January means the beginning of the municipal budget-making season with things scheduled to be proposed in mid-March. As things begin, Mayor Nancy Rossi is optimistic the city will be on more sound footing than in past years and anticipates no big problems in the coming weeks.
“The budget process has begun for the fiscal year 2023, which begins on July 1. The city department heads, and Board of Education will submit their budget requests to me by Feb. 3rd. I will review all the requests and submit my recommended budget for fiscal year 2023 to the City Council by March 17 as required in the City Charter. The City Council will hold a public hearing and budget meetings with the departments and must pass a budget and set the mill rate by Thursday May 5 to be in compliance with the City Charter,” she said.
COVID has played a role in the process over the last two years, with some adjustments to accommodate. Mrs. Rossi believes this year should be a bit easier.
“With COVID, the last two years has been difficult to convene the Board of Finance, which is an advisory board to the mayor,” she said. “I do plan on setting up a meeting in February, either in person or by Zoom, to review the department budget requests and discuss budget options and suggestions for next fiscal year.”
A major part of any municipal budget is the percentage of revenue coming from state tax-sharing programs. The numbers are important when determining mill rates. Five years ago, the General Assembly’s lack of a timely budget – and subsequent realignment of fewer funds – hurt the city, and other cities in the state. Rossi believes thing should be settled early in the process.
“The General Assembly will convene in February for this year’s session. One of the items on their agenda will be making mid-term adjustments to the biennial state budget approved for fiscal years 2022 and 2023. I do not anticipate significant changes in state funding for fiscal year 2023,” she said.
The University of New Haven plays a key role in the economic life of West Haven, but as a university is exempt from taxes on most property. The state’s PILOT Program – Payments in Lieu of Taxes – takes care of some of the burden, but the relationship between the city and university has helped relieve other liabilities over the years. That partnership has benefited residents as well.
“The University of New Haven’s property in West Haven is tax exempt and the city does receive state funding from the state’s Payment In Lieu Of Taxes (PILOT) program. The University does contribute to the Allingtown Fire Department’s budget and is a good partner for the City of West Haven. The University offers city students 50% tuition discount as they continue to strengthen an already strong relationship with the City of West Haven. The city is committed to continuing the discussions with the University of New Haven on proposals that with benefit both parties,” Rossi said.
In December of 2020, the city announced an Enterprise Zone proposal for the corridor along the West River and Front Avenue in Allingtown. The state accepted the proposal in 2021, and it is hoped it will benefit the city’s economic – and budgetary – fortunes in the coming years. It has not had any affect so far, and will not in the coming budget, it seems. Rossi, however, said the new zone is attracting interest.
“The Enterprise and Opportunity Zones approved for West Haven have significantly increased commercial interest in West Haven. The Enterprise Zone which encompasses much of the Front Avenue corridor has resulted in current business expansion and investors purchasing vacant lots. The city is looking forward to continuing the progress and welcoming additional development in the area,” she said.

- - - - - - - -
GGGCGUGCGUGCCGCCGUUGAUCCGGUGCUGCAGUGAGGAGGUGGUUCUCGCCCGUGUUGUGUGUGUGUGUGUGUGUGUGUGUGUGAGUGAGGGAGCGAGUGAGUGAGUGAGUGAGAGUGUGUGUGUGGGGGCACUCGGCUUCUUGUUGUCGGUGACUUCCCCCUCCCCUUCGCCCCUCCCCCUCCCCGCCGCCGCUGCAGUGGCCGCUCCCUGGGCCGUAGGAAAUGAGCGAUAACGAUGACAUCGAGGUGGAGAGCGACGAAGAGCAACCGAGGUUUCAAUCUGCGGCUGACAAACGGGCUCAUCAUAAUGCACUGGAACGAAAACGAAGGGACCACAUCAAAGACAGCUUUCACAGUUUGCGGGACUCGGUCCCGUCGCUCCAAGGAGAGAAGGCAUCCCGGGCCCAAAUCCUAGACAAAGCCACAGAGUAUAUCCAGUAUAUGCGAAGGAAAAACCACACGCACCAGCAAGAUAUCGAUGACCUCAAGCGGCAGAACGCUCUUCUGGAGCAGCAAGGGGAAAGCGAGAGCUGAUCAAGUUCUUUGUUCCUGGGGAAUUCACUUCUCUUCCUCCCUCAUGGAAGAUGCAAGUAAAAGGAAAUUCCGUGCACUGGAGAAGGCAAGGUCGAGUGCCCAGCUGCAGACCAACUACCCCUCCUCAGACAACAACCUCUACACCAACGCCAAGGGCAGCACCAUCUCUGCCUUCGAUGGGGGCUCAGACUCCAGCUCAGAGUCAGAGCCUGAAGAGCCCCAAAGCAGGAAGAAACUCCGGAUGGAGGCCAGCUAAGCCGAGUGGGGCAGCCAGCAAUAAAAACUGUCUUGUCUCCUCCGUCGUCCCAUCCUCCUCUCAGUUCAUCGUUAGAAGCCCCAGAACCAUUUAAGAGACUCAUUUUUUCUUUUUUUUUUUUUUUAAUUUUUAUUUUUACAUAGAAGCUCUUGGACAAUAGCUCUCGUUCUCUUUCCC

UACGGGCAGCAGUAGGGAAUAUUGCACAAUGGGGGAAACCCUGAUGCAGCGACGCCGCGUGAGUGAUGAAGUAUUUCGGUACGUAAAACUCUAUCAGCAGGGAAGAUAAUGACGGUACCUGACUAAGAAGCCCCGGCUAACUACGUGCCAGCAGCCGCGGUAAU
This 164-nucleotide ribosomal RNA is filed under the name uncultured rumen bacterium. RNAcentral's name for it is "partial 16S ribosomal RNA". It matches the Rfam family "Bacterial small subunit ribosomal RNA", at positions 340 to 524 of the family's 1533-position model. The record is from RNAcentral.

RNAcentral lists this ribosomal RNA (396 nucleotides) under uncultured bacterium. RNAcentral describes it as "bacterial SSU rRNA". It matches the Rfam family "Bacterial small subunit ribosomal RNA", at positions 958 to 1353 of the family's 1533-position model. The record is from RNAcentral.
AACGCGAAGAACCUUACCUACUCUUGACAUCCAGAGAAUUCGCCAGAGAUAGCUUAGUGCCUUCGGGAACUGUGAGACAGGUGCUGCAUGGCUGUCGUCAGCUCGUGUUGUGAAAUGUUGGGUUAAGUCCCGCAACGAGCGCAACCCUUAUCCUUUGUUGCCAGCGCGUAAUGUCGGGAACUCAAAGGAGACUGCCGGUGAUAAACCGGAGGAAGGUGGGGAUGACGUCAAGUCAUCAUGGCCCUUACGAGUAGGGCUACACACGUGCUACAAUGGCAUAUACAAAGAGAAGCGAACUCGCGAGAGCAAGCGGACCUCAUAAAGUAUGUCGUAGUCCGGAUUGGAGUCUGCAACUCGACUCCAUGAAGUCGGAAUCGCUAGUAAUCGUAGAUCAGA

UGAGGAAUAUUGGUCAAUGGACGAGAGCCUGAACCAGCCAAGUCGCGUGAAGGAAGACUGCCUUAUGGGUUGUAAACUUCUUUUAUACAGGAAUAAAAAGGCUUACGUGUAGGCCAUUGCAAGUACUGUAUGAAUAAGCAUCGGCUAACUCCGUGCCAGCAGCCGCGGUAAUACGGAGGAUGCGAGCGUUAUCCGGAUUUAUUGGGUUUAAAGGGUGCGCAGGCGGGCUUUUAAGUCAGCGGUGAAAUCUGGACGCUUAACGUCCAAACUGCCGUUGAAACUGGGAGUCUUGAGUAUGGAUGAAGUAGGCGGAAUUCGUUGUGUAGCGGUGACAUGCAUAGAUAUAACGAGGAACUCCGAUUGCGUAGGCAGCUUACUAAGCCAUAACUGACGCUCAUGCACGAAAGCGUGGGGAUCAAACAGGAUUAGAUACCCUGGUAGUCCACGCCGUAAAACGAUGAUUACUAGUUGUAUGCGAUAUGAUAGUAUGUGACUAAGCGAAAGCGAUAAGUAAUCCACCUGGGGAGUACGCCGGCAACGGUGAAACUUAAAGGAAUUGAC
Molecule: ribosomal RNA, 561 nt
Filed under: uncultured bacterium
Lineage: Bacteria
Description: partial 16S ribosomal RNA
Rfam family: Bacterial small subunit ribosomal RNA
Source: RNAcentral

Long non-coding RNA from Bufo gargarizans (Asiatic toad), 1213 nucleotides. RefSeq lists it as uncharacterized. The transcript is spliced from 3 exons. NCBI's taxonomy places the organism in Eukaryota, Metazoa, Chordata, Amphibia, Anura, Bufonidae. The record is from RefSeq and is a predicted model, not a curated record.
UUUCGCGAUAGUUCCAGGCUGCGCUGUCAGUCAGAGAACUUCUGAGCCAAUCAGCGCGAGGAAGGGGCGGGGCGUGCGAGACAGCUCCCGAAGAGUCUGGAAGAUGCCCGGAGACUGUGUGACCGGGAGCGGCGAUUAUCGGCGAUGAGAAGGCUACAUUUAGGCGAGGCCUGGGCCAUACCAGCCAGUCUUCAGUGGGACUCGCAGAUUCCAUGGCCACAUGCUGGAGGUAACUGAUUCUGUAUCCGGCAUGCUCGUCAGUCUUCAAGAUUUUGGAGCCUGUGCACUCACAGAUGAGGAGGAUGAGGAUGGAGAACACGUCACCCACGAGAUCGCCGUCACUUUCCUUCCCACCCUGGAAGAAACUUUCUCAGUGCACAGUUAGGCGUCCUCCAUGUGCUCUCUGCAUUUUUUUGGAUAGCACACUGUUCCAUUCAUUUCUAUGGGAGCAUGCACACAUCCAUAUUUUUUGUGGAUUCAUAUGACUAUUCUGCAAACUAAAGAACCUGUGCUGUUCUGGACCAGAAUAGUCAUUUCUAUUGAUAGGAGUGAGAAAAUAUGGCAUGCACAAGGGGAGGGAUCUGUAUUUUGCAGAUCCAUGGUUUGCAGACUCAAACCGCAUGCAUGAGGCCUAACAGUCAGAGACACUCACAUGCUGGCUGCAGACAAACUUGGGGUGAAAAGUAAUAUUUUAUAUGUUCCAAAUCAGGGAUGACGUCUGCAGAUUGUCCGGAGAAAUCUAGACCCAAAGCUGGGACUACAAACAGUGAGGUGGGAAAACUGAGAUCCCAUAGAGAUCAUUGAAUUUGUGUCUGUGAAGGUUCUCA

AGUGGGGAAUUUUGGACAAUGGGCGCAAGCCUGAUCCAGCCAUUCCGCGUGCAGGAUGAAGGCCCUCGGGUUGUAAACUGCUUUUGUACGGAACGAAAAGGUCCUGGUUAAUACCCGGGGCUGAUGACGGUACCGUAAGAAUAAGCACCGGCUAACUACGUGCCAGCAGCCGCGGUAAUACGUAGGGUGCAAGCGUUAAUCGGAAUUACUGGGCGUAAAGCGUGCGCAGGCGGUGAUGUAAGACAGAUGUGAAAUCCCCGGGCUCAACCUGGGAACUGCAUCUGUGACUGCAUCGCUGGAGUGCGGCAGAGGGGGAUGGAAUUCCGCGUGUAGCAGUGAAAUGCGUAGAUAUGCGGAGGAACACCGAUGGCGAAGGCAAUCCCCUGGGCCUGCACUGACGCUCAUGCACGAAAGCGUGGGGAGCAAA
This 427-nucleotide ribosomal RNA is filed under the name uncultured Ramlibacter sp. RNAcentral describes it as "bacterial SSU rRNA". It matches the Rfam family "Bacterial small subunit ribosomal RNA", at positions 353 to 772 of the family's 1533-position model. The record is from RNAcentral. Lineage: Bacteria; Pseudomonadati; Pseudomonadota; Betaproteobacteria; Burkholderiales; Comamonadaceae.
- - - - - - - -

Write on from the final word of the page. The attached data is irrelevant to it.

The Haven was announced as an upscale retail mall in 2014, the project has languished for much of that time, with demolition of purchased properties only beginning last year. Retail and commercial properties will enhance the city’s Grand List and reduce the tax burden of the average homeowner.
Problems and delays have hampered the revenue-producing capabilities of the property, which is only now is producing some revenues in the form of permits.
The state has granted a special tax status to the stores that fill the location, helping the developer. Rossi is optimistic about the project but voiced her frustration as well.
“The Haven (Simon Property Group) and the City of West Haven are actively negotiating an Inter-local agreement that will outline the structure of the new Special Taxation District that was passed by the state legislature last year,” she said. “The agreement, when completed and approved by the City Council, will give the city more leverage and control in the schedule of the project. Like everyone else, I continue to be frustrated with the slow pace of the project but remain optimistic the city can move forward with the commercial development of that area, which continues to deteriorate.”
In her final comments, Rossi gave an update on other projects that have proposed over the last several months. She is hopeful those will get underway and begin producing revenues that can be included in future budgets. One of particular interest is slated for the Walk/Bike Path area.
“The New England Brewing Company is aggressively moving forward with developing plans for the tap room and event space where the Savin Rock Conference Center currently stands,” she said. “The company is planning to present an application and drawings to the Planning and Zoning Commission this spring,” she said.
Meanwhile the recent rebuilding of beachfront across from Morse Park and the former Chick’s Drive-In prompted an update from the mayor.
“The permit application has been submitted to the Department of Energy and Environmental Protection for phase 2 of the raising of Beach Street. The permit process is expected to take about four to six months and we hope to begin construction in the summer months of 2022,” she said finally.